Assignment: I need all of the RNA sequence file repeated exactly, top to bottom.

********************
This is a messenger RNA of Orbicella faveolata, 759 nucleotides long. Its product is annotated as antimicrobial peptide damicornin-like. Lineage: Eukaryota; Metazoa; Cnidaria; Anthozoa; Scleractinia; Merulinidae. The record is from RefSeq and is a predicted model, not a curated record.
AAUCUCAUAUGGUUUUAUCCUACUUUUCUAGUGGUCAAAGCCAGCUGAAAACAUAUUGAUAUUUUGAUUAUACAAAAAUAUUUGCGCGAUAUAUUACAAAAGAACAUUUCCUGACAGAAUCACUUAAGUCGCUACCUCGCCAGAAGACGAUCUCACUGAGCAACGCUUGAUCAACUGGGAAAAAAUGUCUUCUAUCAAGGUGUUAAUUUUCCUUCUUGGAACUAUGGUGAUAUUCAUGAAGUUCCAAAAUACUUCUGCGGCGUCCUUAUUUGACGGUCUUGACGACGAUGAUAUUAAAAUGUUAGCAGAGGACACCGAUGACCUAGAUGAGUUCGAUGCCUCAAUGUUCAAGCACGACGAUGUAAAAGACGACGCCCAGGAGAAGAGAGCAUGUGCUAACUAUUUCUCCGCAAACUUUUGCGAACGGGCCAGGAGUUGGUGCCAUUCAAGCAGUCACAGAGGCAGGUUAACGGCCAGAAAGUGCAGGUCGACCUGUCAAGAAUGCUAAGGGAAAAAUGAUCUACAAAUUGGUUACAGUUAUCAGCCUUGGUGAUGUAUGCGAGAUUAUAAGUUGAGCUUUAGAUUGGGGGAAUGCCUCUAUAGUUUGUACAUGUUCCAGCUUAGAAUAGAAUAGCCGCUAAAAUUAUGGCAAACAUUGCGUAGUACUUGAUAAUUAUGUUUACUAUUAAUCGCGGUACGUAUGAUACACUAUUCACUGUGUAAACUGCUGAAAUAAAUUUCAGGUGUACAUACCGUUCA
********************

This is a messenger RNA of Orbicella faveolata, 759 nucleotides long. Its product is annotated as antimicrobial peptide damicornin-like. Lineage: Eukaryota; Metazoa; Cnidaria; Anthozoa; Scleractinia; Merulinidae. The record is from RefSeq and is a predicted model, not a curated record.
AAUCUCAUAUGGUUUUAUCCUACUUUUCUAGUGGUCAAAGCCAGCUGAAAACAUAUUGAUAUUUUGAUUAUACAAAAAUAUUUGCGCGAUAUAUUACAAAAGAACAUUUCCUGACAGAAUCACUUAAGUCGCUACCUCGCCAGAAGACGAUCUCACUGAGCAACGCUUGAUCAACUGGGAAAAAAUGUCUUCUAUCAAGGUGUUAAUUUUCCUUCUUGGAACUAUGGUGAUAUUCAUGAAGUUCCAAAAUACUUCUGCGGCGUCCUUAUUUGACGGUCUUGACGACGAUGAUAUUAAAAUGUUAGCAGAGGACACCGAUGACCUAGAUGAGUUCGAUGCCUCAAUGUUCAAGCACGACGAUGUAAAAGACGACGCCCAGGAGAAGAGAGCAUGUGCUAACUAUUUCUCCGCAAACUUUUGCGAACGGGCCAGGAGUUGGUGCCAUUCAAGCAGUCACAGAGGCAGGUUAACGGCCAGAAAGUGCAGGUCGACCUGUCAAGAAUGCUAAGGGAAAAAUGAUCUACAAAUUGGUUACAGUUAUCAGCCUUGGUGAUGUAUGCGAGAUUAUAAGUUGAGCUUUAGAUUGGGGGAAUGCCUCUAUAGUUUGUACAUGUUCCAGCUUAGAAUAGAAUAGCCGCUAAAAUUAUGGCAAACAUUGCGUAGUACUUGAUAAUUAUGUUUACUAUUAAUCGCGGUACGUAUGAUACACUAUUCACUGUGUAAACUGCUGAAAUAAAUUUCAGGUGUACAUACCGUUCA